If the tile is not in a tub/shower or toilet area, you could probably paint it as described above, as you'll most likely only be cleaning it with a damp cloth.  If you do choose to do it, keep in mind to use a sponge brush.  A friend of mine has a painted tile wainscot in her kitchen (which admittedly wears fine; it's not near the sink, though), but she used a regular bristle brush on it, and you can see the texture in the paint...it's not attractive at all.  Also, if you have a small, hidden area (behind the sink, maybe?) where you can test a patch first--it might be a good idea.

Good luck!  (Oh, and in my humble opinion, white would work well with yellow and blue; it makes a very fresh and invigorating combination.)
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« Reply #6 on: February 15, 2008 12:05:31 PM »

I've done a lot of tile work and love it--in fact, I bought a kiln and handmade tile for my bathroom! But in cases where I wanted to cover up existing tile, but not re-tile, I used a concrete coating over the tile, embossed the patterns I wanted into the concrete, and then stained using acid stain over the concrete. The whole thing then gets coated with waterproof clear coating. I'm new so I can't post pictures yet, but will do it later if you're interested. I know it sounds complicated but it really isn't. The mix for the cement was fairly inexpensive, the stains were inexpensive, too. The most time consuming part was taping off the tub so I wouldn't drip into it. I made a template for embossed areas for my bathroom out of a thin layer of flexible foam (cut it with Hot Wire Foam Factory tools--my husband makes them!  Kiss) I did sand castles in my bathroom and sea shells in his. The staining in these didn't come out exactly like I wanted, but I could always do it over again if I want. Anyway, it's an idea for covering old tile that you don't want any longer, and I like it that I can create curved corners so there isn't any place for mold to collect, making it easier to clean.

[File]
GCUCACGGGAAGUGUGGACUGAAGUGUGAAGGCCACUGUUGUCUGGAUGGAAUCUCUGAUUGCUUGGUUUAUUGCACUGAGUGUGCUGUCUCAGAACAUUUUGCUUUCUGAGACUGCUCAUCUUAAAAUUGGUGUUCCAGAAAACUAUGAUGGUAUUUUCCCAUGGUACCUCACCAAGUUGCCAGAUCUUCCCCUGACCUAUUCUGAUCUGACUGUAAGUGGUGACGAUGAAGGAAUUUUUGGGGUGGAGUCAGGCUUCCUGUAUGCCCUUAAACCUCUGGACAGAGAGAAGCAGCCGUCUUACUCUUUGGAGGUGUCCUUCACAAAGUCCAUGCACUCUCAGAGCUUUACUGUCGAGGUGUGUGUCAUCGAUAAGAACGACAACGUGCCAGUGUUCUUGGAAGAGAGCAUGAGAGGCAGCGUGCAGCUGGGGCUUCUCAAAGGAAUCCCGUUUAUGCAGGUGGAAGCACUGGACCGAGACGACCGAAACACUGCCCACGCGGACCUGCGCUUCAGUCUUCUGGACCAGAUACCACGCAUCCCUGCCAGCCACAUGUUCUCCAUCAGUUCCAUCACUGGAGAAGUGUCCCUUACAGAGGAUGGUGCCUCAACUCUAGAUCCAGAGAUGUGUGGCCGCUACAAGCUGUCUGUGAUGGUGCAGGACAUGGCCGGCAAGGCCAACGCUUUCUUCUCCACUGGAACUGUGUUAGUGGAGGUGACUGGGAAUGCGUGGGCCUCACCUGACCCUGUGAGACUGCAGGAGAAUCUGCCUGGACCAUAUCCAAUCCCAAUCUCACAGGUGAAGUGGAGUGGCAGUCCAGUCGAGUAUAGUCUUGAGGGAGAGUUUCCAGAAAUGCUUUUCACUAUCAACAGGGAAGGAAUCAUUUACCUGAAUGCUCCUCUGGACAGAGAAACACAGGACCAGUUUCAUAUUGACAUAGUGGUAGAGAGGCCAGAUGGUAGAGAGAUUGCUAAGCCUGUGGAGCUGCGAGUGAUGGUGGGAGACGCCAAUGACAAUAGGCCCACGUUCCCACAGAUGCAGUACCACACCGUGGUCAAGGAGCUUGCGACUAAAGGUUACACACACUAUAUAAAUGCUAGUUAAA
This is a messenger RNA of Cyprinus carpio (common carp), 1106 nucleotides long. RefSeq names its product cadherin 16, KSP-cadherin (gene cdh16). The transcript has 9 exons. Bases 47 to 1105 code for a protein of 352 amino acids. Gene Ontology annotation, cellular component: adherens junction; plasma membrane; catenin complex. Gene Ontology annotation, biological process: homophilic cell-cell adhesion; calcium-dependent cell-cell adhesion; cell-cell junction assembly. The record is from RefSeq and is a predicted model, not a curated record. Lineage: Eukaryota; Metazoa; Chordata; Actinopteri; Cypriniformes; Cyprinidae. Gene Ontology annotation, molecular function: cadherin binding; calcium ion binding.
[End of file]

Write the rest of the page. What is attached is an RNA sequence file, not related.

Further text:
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« Reply #7 on: February 15, 2008 03:39:46 PM »

Thanks,HSG, for the how to paint instructions! My floor is old,worn,no other choice but to paint.50 year old house,tiny bathroom.If it'll need to be redone a few years down the road,so be it! I was toying with the idea of getting some indoor/outdoor carpeting(teeny tiny bathroom,remember?),but I like the idea of painting it.
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« Reply #8 on: February 16, 2008 05:12:36 PM »

Thanks,HSG, for the how to paint instructions! My floor is old,worn,no other choice but to paint.50 year old house,tiny bathroom.If it'll need to be redone a few years down the road,so be it! I was toying with the idea of getting some indoor/outdoor carpeting(teeny tiny bathroom,remember?),but I like the idea of painting it.

You're very welcome! And if you need specific brand names I'll be happy to send a PM. Smiley
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« Reply #9 on: February 16, 2008 07:23:41 PM »



You're very welcome! And if you need specific brand names I'll be happy to send a PM. Smiley
[/quote]

I'd like to take you up on that, although I won't be painting until it's warm enough to open a window or two.I started revamping it late last year,and I'm getting inspired to get back to it.Thanks!